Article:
Poker Coverage: Poker Legislation Poker Tournaments U.S. Poker Markets

GSN Has Yet to Order more High Stakes Poker Episodes

WPTE's Contract with GSN Expires May 24

Print-icon
 

High Stakes Poker, which once spent four seasons as the top-rated show on GSN, has yet to put in an order for more episodes. Although President and CEO of Poker PROductions Mori Eskandani confirmed that GSN has not yet contacted his production company for new shows, he wouldn't rule out that GSN would never buy more High Stakes Poker episodes again.

According to Eskandani, that could happen as soon as tomorrrow or a decade from now. If GSN wants new shows, he said they will produce them. He reiterated that just because GSN has yet to place a call to Poker PROductions for new episodes in the last few months, it doesn't mean that they never will.

The show is currently the lead-in for the World Poker Tour, which is aired on Monday nights. Eskandani said GSN owns upwards of 50 episodes of High Stakes Poker and can broadcast the show for at long as they want. Filming of High Stakes Poker usually takes place in the late spring, but did not take place this year.

Eskandani says GSN is moving away from the casino and card-related programming that once occupied most of the evening time slots starting in 2004 (Poker Royale, World Series of Blackjack, and Celebrity Blackjack were a few of the shows). None of them can be found there now.

“It is possible that they’re trying to figure out how poker could exist within their programming,” Eskandani said.

Poker fans will soon find out if poker fits into GSN’s future plans at all. Last year, GSN bought the rights of one WPT season (the sixth one filmed), and the broadcasting agreement expires May 24. GSN has the right of first refusal to extend the contract. There’s no word on whether GSN will do this, and GSN did not return a phone call seeking comment.
 
High Stakes Poker and the WPT lost a huge ally at GSN after company president Rich Cronin left only a few months after he helped land the WPT deal.

High Stakes Poker premiered January 2006 and featured some of the most popular poker professionals — as well as a mix of ultra-rich amateurs — as they played cash poker with hundreds of thousands of their own dollars.

Viewers saw these players rake in several pots between $575,000 and $1 million, and viewers also learned what a straddle is.

Poker PROductions currently produces two poker shows: Poker After Dark, which appears late nights on NBC, will run through 2009 (new episodes are being filmed in October and April), and the NBC Heads-Up Poker Championship, which is also filmed in April.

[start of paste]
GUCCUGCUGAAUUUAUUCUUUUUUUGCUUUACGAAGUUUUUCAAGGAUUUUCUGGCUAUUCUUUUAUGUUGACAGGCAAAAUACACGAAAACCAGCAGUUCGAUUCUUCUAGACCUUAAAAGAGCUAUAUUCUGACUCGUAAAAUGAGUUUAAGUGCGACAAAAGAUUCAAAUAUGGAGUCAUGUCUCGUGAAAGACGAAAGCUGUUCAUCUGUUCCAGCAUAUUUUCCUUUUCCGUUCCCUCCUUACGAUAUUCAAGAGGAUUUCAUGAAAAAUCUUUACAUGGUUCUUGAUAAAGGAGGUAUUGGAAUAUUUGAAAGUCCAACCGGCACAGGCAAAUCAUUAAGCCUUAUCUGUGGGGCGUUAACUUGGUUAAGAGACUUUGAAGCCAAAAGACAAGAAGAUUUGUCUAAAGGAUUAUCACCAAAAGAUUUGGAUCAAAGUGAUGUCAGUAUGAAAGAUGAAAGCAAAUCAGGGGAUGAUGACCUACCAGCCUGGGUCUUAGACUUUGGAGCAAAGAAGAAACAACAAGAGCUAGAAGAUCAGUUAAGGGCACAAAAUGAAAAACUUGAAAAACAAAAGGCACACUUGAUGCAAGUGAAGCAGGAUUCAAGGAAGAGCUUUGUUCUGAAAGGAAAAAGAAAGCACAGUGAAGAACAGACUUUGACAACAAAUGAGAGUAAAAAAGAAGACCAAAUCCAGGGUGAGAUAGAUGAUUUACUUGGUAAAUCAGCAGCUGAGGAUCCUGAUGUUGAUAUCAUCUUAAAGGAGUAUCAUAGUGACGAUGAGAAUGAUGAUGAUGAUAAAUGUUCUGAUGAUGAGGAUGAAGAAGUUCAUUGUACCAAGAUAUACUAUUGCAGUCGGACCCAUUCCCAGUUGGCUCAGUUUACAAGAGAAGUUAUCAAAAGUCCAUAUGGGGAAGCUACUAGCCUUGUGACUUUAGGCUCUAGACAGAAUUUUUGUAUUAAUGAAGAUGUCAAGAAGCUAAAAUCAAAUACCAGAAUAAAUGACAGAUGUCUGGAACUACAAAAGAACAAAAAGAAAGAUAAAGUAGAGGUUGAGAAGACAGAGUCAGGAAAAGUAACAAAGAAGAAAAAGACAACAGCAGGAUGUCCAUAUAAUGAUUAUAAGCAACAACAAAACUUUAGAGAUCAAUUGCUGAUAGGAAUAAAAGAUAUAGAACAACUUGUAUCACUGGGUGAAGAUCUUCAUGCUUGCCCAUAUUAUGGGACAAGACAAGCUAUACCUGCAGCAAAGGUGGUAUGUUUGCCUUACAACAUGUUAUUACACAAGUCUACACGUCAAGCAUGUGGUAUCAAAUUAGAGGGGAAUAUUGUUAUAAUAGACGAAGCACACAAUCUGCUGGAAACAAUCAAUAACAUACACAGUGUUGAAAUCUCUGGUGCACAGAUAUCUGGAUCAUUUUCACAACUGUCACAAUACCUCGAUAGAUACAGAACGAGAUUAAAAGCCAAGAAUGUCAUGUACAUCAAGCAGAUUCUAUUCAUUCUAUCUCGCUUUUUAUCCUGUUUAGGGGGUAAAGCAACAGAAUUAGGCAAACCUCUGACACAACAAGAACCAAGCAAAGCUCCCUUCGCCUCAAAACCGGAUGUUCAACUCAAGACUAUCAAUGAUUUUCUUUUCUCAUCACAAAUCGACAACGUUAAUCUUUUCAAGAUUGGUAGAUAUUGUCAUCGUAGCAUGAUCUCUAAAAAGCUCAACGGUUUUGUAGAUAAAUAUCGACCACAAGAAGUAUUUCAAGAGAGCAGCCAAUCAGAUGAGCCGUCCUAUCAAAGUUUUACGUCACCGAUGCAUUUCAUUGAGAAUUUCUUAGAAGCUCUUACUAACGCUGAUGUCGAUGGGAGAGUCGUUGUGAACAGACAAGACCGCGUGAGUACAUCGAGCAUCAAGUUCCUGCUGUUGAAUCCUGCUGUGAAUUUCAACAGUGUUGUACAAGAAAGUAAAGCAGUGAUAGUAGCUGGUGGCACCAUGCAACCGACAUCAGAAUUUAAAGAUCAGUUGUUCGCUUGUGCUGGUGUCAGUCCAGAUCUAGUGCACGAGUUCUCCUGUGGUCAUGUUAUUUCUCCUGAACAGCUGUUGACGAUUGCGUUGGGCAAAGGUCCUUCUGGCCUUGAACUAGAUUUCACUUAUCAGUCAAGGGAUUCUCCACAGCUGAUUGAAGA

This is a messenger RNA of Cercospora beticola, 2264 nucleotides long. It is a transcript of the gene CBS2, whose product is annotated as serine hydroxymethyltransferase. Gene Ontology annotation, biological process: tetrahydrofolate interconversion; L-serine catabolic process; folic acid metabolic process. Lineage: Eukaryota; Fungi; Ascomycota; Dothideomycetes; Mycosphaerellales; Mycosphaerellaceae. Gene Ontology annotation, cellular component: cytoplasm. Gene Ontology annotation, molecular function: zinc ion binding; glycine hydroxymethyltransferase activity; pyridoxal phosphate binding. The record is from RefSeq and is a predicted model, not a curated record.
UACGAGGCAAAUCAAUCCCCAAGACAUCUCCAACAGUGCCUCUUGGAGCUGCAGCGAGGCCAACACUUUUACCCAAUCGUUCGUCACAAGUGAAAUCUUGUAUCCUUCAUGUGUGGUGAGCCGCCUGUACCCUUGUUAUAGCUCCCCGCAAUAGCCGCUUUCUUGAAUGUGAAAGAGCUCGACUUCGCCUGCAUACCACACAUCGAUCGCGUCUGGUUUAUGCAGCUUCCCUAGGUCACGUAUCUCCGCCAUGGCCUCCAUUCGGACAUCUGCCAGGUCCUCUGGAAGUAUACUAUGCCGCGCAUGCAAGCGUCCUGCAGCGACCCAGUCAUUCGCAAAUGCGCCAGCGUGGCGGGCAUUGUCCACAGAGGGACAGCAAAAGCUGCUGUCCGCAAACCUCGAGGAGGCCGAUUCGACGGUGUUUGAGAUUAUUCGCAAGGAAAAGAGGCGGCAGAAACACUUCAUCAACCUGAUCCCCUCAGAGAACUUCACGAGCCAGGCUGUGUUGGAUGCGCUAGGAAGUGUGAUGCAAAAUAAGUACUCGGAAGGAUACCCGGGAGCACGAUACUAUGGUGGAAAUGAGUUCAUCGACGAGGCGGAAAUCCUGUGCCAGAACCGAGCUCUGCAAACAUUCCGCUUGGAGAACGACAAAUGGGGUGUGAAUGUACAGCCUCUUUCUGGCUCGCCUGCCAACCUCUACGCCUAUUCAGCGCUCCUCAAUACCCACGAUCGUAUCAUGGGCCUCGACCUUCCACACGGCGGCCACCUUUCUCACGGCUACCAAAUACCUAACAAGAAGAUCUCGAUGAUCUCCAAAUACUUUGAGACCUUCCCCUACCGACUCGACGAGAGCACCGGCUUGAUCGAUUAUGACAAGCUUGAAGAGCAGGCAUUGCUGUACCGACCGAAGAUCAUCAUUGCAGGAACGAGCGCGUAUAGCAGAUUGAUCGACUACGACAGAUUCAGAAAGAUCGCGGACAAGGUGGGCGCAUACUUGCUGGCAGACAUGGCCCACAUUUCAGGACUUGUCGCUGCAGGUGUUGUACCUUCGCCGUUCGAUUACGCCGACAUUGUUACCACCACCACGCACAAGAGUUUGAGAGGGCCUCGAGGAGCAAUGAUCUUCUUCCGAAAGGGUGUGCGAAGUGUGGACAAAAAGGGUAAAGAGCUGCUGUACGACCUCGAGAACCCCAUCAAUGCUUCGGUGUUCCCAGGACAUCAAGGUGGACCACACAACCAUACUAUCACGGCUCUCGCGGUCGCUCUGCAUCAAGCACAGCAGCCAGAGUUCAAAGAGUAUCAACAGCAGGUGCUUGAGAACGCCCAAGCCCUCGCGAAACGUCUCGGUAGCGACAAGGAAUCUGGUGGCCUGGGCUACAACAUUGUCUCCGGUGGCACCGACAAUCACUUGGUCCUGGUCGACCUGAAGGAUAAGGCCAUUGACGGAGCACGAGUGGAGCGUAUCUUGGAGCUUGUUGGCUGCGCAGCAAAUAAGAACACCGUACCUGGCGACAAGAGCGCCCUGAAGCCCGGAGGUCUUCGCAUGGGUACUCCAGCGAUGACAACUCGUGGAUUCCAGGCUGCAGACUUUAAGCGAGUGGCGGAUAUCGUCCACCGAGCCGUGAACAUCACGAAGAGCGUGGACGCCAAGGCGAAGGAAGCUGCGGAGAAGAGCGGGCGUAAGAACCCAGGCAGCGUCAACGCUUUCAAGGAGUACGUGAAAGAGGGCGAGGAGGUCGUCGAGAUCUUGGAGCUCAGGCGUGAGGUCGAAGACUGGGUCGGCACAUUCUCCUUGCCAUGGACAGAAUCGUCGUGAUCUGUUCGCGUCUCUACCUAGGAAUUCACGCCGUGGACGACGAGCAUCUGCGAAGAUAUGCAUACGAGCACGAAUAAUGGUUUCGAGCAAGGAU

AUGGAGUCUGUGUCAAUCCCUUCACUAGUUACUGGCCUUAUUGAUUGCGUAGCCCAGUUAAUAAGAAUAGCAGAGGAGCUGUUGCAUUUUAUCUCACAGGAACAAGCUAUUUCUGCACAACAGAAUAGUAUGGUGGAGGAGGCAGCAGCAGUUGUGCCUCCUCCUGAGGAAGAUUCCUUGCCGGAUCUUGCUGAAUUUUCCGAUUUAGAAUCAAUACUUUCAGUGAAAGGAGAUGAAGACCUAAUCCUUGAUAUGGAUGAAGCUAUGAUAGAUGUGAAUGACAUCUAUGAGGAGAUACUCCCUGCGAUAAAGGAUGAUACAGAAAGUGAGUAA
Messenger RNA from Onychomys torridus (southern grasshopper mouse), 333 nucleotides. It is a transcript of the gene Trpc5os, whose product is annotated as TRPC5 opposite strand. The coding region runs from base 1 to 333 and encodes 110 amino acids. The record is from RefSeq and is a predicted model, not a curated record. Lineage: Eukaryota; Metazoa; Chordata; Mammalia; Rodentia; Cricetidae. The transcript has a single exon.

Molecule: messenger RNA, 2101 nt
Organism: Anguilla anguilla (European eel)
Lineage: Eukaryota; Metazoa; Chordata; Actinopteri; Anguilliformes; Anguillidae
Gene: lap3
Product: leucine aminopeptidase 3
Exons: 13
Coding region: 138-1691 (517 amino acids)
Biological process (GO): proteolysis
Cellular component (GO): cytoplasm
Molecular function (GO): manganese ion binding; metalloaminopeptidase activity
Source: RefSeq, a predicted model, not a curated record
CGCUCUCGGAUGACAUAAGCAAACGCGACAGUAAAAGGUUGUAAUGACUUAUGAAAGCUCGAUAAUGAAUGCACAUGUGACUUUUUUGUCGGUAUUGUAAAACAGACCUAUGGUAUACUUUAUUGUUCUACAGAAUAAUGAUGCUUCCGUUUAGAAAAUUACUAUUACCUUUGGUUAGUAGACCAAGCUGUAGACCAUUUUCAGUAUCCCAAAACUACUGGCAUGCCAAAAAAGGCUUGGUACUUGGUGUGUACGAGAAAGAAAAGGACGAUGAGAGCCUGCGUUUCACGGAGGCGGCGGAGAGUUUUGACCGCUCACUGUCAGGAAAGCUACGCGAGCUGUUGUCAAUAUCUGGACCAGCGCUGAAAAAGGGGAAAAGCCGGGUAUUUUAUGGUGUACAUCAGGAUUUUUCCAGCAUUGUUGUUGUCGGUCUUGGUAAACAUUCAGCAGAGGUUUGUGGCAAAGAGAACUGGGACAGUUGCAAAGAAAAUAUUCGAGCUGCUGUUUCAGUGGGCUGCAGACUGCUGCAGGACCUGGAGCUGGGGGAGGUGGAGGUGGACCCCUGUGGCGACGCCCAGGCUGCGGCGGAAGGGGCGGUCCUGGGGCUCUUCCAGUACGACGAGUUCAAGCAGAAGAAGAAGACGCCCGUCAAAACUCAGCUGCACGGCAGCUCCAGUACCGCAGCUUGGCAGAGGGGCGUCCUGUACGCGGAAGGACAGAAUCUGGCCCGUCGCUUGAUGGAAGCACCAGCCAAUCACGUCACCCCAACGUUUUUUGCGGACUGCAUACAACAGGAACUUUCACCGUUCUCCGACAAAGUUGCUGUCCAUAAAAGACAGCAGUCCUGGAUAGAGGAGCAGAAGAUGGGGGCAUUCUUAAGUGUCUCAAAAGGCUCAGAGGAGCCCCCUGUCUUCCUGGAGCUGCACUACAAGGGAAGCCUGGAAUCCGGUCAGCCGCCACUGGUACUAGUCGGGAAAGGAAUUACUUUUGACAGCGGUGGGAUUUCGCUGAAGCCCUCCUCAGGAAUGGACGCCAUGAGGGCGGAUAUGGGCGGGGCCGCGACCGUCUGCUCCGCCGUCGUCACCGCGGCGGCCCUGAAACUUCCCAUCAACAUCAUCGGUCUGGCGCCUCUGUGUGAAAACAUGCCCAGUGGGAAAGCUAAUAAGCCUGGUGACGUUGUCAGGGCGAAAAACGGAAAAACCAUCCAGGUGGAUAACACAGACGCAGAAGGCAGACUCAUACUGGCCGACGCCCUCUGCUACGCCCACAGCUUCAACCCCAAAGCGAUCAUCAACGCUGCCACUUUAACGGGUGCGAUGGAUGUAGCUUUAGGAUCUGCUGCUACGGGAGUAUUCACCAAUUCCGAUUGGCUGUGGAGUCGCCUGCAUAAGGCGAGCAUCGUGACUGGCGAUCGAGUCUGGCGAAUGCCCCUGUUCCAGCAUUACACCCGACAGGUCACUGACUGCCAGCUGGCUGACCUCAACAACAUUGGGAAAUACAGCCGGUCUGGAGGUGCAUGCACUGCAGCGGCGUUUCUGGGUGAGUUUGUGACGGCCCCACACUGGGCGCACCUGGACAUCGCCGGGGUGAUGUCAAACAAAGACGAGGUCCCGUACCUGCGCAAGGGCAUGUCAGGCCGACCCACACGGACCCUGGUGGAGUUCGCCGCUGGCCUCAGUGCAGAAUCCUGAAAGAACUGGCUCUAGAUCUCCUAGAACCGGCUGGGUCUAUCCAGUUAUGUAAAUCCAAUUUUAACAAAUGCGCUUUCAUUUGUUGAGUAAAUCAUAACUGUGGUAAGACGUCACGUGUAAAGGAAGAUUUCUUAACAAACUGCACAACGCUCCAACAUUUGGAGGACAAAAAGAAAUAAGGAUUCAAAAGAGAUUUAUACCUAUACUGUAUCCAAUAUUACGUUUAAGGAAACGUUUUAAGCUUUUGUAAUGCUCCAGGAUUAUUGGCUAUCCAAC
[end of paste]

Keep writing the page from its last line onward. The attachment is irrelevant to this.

Eskandani said he's in negotiations with other networks pitching his other ideas for poker shows, but wouldn't go into detail as to what thay are or where they might appear.

 
 
 
 

Comments

SevenKidsPoppy
over 10 years ago

It's time for the casinos, the websites, the magazines, the high stakes players, and the poker-loving Bill Gateses of this world to launch The Poker Network.

 
Reply
 

pokerpro1078
over 10 years ago

i was going to right a few more things..high stakes was great poker show the best in my opinion and only show in a cash game format at ultra hig stakes which was very entertaining.i agree with sevenkids a poker network would be great i for sure would subscribe as millions others im sure! seven lets pitch this idea to some high ups we could make a mint lol

 
Reply
 

drahmiel
over 10 years ago

Maybe PokerPROductions should start their own channel? I will accept only a small royalty for coming up with this idea.

 
Reply
 

bobinski
over 10 years ago

I also agree that a dedicated poker network would be awesome. GSN should realize they have a good thing going. Everything else on thier network IMO is garbage.

 
Reply
 

WongBWMAGIC
over 10 years ago

yeah, the channel can possibly be like the Golf Channel. The problem is that they would have to find some way to acquire rights of past big programs like WPT shows for past seasons, Poker Superstars, Poker After Dark, etc.

 
Reply
 

SevenKidsPoppy
over 10 years ago

The Poker Network is an idea whose time has come. Poker is spreading like wildfire around the world, and major poker tournaments now take place every month. At least in America, more people play or follow poker twelve months a year than basketball, hockey, golf, tennis, auto racing, bowling, mixed martial arts, and soccer. Almost all of these have their own network(s) on DirecTV. ESPN reruns every older thing they have in the WSOP or USPC vein; tonight's offerings are the '94 & '95 World Series [Russ Hamilton's weight in silver; Action Dan's win], 4-6 am ET on ESPN Classic. A poker channel could cover $5,000-&-above events that get very little treatment outside of CardPlayer, a win-win-win-win scenario for the casinos, CardPlayer and other publications (including players' books), the players (wherever they reside on poker's totem pole), and the fans/proto-players. This would provide a tremendous stimulus to the industry, far greater than the 17-week Main Event stall-ola Harrah's, et al., are jamming down our throats this year. Fans could be treated to the EPT, the Asian tour, the USPC (no longer covered by ESPN), and other new tours or events as they spring up, including what goes on at the Bellagio, for example, during the World Series. Instead of all no limit holdem all the time, we could enjoy other variants of holdem, omaha, stud, badugi, Chinese poker, crazy pineapple, and mixed games with more instruction, more interviews, more fan involvement, and more growth, development, and fun for our game. Poker's further popularization through a network will beget more financial opportunities for the well-known pros and serve to insulate it against further attempts to legislate it out of existence or into oblivion or a marginalized niche. More fans = more stars = more money = more security for a great pastime.

 
Reply